International Center for Media & the Public Agenda

Knight Hall:  Home to ICMPA & the Philip Merrill College of Journalism, at the University of Maryland, College Park

The International Center for Media and the Public Agenda (ICMPA), established in 2006, is a Washington, D.C.-area research center based at the Philip Merrill College of Journalism and affiliated with the School of Public Policy, both at the University of Maryland, College Park.

ICMPA takes as its focus the study of global media and public policy; its projects investigate media’s roles and responsibilities in the public consideration of political issues. Recent ICMPA projects have included PrezPix, a study that used Pinterest to evaluate almost 9,000 photographs published by 21 major American news outlets over four months of the 2012 U.S. presidential campaign to determine how online news outlets visually portrayed each of the GOP candidates during the spring primaries, and Pres. Obama and Gov. Romney in the fall general election.

Another ICMPA project this year, Remember Boston, looked at how college students remembered the week of April 15, 2013 — from the bomb blasts on Patriot Day Monday at the Boston Marathon to the Friday lockdown of the metropolitan area and final capture of the surviving suspect in Watertown, Massachusetts. Visitors to this site can look at the individual stories written by the college students,  reflect on those personal accounts, and then consider the ideas and issues that emerge, the patterns that can be recognized and the lessons that can be shared.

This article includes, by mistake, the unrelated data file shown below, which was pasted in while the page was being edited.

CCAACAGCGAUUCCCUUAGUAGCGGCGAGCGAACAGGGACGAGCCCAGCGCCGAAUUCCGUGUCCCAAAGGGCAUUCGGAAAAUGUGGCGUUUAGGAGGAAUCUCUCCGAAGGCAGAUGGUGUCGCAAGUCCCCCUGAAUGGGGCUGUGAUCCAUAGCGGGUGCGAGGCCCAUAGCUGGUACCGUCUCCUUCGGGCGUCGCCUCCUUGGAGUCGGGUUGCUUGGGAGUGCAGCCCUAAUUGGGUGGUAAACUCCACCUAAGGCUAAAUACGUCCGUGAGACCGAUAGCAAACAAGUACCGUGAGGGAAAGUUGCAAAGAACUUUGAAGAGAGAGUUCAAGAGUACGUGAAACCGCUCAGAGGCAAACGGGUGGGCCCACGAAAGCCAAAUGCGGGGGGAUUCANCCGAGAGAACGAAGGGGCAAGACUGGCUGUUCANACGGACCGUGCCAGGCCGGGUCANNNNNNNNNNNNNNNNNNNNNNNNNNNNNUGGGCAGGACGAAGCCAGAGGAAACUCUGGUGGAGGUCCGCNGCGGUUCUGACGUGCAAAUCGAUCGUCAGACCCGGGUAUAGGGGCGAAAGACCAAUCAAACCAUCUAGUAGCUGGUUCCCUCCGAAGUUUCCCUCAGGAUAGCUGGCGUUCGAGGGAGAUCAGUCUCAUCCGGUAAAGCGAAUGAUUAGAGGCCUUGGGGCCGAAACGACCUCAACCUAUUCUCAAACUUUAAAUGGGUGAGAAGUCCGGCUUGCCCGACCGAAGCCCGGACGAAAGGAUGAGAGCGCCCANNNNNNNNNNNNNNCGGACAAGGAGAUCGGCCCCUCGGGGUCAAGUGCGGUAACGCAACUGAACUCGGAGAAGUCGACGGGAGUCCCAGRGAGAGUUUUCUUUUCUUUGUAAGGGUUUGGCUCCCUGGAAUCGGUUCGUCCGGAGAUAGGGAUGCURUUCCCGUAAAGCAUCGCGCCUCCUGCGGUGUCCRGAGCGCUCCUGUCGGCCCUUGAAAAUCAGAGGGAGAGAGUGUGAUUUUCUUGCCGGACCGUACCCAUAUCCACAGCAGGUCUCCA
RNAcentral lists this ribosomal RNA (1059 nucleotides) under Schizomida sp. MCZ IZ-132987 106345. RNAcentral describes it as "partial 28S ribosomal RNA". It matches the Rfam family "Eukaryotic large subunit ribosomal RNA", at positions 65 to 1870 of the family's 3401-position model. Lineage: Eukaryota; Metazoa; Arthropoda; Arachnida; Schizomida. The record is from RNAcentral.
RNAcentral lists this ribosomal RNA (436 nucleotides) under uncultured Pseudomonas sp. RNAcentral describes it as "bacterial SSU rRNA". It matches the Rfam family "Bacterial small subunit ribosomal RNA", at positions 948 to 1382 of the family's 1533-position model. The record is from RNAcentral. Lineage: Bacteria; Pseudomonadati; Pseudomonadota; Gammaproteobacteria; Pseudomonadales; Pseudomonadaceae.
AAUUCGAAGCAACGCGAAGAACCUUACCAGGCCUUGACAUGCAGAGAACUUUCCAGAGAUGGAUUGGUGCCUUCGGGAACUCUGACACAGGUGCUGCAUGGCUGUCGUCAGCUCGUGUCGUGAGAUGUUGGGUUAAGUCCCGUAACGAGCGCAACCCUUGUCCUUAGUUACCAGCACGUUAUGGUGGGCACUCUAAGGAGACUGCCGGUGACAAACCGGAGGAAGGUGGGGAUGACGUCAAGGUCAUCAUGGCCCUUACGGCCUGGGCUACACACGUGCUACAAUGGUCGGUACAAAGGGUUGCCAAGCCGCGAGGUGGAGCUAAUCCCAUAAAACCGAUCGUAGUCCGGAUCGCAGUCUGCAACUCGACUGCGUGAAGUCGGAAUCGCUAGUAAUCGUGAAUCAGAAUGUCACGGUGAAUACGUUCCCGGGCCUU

Other recent ICMPA research projects have included 24 Hours: Unplugged, a study of how U.S. college students use media and the world UNPLUGGED, a study of how 1,000 students in ten countries on five continents struggled to go 24 hours without media and what they said about how they use — and are addicted to — media.

Other recent ICMPA studies have examined how media have covered global events, and have included (RE)framing Islam: Who’s Winning?, a study of how news outlets in the United States and the United Kingdom covered five years of presidential and parliamentary elections:  in 2010 and 2005 in Iraq, in 2009 in Afghanistan and Iran, and in 2008 in Pakistan.  Another study, Global Coverage of the ‘Ground Zero Mosque,’ conducted in partnership with the United Nations Alliance of Civilizations and the Universitat Autònoma de Barcelona, examined international media coverage of the Park51 Mosque project in New York City.

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